Social Conflicts in “Animal Farm” by George Orwell Essay

September 29, 2020 by Essay Writer

One of the main characters of George Orwell’s “Animal Farm” says: “Is it because this land of ours is so poor that it cannot afford a decent life to those who dwell upon it? No, comrades, a thousand times no!… Man is the only real enemy we have” (Orwell, 2). This quote is truthful from the point of view of revolutionary moods overwhelming the farm. Orwell uses the farm analogy in order to demonstrate the most common course of all revolutions and struggles for freedom. The animals identify a leading power, which is men, as the ruler that must to be overthrown. This is the only way for the animals to establish equality and create a flourishing, happy and wealthy society. “Animal Farm” by Orwell is a description of the metamorphoses that happen within a freedom movement turning it into a corrupted tyranny.

The novel demonstrates the emergence and development of a disorder within a society when some of its members start to feel dissatisfaction with its leaders and ruling power. Orwell shows that sometimes it takes one extremely expressive speech to start a revolutionary movement, set the masses against the ruling powers by means of pointing out the unfair aspects of their life, inequalities, social and financial gaps. In literature conflict is a literary element that serves to represent the opposing parties or ideas that confront each other. The conflict of “Animal Farm” starts with the sentence: “Man is the only creature that consumes without producing” (Orwell, 2). This way the author shows the differences between the two sides of the initial conflict that begins because of the inequalities and exploitation of farm animals by humans without an appropriate reward. This kind of conflict is highly recognizable, as it is commonly experienced in the world of nowadays.

Gradually, the brotherly and united atmosphere in the farm society fades away. Just like any freedom movement, the farm faces the inevitable difficulties such as lack of enthusiasm, cold attitudes and constant disagreement in the leading segment of the group. In order to emphasize the feelings of discomfort and uncertainty the author puts the farm into unpleasant and cold settings. The purpose of the literary element called setting is to establish the time and place of the happening events, describe the way the surroundings affect the characters and their story. In “Animal Farm” the setting describes winter: “In January there came bitterly hard weather. The earth was like iron, and nothing could be done in the fields” (Orwell, 18). Even though the description is quite simple and not very rich, it successfully establishes the cold mood starting to bother the farm and its society. The reader gets to sense that not only the weather was “bitterly hard”, but also the relationships between the leading members of the farm.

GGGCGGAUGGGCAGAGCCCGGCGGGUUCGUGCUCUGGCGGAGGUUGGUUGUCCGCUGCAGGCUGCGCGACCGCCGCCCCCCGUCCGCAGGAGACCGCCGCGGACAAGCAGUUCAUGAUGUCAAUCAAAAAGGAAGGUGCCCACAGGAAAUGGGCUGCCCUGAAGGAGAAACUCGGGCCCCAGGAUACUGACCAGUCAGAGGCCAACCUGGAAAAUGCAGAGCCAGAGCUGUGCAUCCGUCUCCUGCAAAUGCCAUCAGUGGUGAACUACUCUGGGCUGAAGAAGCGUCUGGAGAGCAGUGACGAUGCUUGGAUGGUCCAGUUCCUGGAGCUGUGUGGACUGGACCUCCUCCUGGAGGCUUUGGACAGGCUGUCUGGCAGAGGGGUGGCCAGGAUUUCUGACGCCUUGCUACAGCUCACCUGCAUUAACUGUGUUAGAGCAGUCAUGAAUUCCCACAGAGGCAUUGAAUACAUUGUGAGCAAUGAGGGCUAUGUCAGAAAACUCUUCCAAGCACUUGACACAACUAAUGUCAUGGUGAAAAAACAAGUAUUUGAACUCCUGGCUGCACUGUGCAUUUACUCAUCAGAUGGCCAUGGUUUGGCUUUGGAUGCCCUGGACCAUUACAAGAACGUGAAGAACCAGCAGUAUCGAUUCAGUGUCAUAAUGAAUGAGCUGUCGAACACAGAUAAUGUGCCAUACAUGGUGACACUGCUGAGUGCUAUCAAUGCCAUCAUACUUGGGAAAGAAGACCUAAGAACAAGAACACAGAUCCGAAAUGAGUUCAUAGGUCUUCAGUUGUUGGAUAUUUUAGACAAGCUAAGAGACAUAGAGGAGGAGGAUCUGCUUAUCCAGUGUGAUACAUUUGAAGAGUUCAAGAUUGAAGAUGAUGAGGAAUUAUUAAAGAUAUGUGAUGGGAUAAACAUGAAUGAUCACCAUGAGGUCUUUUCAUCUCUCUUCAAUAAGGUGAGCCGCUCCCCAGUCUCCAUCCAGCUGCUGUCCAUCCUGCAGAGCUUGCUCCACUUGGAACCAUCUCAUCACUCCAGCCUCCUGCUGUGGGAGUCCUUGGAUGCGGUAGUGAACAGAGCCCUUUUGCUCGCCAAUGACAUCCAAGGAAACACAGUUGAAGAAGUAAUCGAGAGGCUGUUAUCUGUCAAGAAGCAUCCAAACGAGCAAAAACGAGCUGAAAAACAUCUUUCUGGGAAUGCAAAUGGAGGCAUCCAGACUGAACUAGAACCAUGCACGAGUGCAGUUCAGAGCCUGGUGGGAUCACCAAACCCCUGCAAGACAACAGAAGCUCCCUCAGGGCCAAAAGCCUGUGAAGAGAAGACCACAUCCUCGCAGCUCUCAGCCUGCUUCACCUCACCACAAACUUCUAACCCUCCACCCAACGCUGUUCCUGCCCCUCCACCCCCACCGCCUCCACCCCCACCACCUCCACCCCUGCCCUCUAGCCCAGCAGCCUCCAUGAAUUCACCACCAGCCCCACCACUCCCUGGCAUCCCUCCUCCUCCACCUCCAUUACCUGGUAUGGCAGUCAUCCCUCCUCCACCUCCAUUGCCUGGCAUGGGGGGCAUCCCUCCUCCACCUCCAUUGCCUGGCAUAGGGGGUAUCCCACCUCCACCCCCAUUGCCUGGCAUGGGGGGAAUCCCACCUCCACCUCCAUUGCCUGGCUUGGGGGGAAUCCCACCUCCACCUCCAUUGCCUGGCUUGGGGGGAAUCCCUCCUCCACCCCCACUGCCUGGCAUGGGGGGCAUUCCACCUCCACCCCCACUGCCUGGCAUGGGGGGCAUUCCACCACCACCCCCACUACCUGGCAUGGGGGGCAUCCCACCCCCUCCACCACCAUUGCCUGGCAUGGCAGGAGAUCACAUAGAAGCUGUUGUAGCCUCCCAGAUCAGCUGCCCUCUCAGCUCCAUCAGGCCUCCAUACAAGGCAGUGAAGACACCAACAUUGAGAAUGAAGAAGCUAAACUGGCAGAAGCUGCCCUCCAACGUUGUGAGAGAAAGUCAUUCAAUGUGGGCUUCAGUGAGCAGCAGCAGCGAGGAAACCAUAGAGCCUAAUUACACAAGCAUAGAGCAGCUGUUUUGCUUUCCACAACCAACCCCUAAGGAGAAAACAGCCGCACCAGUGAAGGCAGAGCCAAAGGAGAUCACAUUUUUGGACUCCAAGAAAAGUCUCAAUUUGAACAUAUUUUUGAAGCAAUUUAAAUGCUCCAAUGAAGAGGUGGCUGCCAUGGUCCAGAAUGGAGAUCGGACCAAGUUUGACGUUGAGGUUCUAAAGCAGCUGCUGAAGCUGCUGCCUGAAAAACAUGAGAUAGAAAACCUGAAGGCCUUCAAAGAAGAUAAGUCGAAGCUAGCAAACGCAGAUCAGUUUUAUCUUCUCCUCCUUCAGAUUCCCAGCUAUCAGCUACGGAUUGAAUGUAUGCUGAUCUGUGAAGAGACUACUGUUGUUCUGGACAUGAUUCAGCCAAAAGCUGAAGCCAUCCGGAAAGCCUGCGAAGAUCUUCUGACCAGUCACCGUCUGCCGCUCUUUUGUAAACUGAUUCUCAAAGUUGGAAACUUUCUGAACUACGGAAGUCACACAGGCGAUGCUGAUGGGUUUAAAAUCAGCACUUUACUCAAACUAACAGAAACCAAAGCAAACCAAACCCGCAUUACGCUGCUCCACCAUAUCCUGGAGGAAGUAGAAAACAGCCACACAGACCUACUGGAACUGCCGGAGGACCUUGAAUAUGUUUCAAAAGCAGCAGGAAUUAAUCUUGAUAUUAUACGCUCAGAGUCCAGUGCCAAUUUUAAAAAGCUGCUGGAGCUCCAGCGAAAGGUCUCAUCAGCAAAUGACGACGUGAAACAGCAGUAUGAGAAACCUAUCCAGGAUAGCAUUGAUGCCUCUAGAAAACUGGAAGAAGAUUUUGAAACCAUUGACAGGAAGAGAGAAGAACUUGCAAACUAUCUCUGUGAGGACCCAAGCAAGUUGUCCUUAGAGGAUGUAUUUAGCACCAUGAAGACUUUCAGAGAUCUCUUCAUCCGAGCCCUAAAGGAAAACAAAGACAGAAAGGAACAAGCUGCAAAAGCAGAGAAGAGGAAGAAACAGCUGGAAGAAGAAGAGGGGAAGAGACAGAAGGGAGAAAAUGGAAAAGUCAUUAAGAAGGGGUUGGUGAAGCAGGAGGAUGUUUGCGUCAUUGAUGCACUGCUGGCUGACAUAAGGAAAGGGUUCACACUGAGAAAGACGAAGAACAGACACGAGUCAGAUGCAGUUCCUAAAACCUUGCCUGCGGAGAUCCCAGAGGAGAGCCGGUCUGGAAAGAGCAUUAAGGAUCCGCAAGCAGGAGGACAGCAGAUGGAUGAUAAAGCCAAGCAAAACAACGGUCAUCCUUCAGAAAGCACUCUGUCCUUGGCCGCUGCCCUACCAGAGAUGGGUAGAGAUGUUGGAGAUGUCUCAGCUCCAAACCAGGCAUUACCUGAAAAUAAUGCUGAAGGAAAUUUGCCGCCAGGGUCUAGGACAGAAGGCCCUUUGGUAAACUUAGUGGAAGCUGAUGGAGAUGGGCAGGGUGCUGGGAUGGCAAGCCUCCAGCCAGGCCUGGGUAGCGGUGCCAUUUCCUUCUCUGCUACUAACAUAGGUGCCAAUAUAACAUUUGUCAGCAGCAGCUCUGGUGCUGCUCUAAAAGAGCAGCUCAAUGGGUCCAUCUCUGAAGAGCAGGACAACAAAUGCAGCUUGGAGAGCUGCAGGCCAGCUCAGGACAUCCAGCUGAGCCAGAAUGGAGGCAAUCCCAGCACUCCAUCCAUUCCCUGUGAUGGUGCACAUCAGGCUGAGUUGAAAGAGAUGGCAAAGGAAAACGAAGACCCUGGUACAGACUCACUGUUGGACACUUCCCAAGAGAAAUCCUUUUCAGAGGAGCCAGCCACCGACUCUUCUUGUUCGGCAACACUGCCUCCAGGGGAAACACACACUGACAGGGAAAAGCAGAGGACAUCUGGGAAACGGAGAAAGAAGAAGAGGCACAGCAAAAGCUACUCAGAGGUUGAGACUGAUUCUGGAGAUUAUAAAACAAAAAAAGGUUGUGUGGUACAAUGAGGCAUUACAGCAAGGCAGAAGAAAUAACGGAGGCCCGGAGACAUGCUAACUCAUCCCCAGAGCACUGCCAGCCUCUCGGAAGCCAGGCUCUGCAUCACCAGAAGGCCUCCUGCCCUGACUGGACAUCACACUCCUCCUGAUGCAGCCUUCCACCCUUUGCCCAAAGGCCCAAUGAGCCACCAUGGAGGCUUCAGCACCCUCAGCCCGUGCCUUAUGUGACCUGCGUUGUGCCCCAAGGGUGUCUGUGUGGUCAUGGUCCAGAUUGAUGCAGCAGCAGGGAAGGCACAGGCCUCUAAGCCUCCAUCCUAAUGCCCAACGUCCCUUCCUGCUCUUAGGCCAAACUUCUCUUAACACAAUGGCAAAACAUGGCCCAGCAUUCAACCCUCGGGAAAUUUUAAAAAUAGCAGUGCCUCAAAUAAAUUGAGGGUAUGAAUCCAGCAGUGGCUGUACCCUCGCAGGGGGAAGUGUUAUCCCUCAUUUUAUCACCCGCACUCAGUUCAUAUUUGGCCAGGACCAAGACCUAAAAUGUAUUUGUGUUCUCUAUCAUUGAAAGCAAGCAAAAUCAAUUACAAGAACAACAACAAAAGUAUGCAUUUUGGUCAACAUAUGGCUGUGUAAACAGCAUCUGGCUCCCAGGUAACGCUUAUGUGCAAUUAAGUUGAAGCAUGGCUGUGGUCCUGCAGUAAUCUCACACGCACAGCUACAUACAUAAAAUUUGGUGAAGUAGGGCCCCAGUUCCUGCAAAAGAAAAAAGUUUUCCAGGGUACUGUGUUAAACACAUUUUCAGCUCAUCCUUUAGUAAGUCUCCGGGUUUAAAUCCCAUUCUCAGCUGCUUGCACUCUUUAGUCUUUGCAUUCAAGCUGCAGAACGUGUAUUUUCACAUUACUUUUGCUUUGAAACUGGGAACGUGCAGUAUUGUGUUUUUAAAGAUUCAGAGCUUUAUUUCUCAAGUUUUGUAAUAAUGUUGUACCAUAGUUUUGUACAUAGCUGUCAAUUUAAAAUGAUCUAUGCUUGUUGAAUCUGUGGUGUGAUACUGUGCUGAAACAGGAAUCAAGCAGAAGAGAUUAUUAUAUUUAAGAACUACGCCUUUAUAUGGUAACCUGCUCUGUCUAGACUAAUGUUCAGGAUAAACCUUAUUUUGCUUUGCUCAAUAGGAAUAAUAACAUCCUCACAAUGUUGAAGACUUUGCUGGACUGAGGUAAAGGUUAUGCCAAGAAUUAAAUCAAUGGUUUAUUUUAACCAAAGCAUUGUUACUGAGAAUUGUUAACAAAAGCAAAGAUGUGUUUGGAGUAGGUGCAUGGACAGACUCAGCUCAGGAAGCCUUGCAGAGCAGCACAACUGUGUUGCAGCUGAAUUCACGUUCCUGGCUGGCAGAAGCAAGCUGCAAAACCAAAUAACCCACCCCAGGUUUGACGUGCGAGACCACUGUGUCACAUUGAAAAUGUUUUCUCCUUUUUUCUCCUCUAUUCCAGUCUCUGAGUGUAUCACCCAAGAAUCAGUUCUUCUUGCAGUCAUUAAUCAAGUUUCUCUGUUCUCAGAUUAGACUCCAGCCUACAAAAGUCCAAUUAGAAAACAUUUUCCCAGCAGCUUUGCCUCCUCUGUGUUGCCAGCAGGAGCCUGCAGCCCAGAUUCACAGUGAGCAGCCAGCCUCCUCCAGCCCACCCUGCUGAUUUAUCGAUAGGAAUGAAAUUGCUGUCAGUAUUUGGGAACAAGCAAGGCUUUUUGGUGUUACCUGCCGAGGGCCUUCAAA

Orwell starts his story with the emphasis of one of the most popular social conflicts – the disagreement about equality and properties, saying: “Is it because this land of ours is so poor that it cannot afford a decent life to those who dwell upon it? No, comrades, a thousand times no!… Man is the only real enemy we have” (Orwell, 2). This statement serves as a the first sparkle of the upcoming revolution that soon gets out of control, turns into a disaster and burns down the participants making them miss the way things used to be in the past.

Works Cited

Orwell, George. Animal Farm. 1945. Web.

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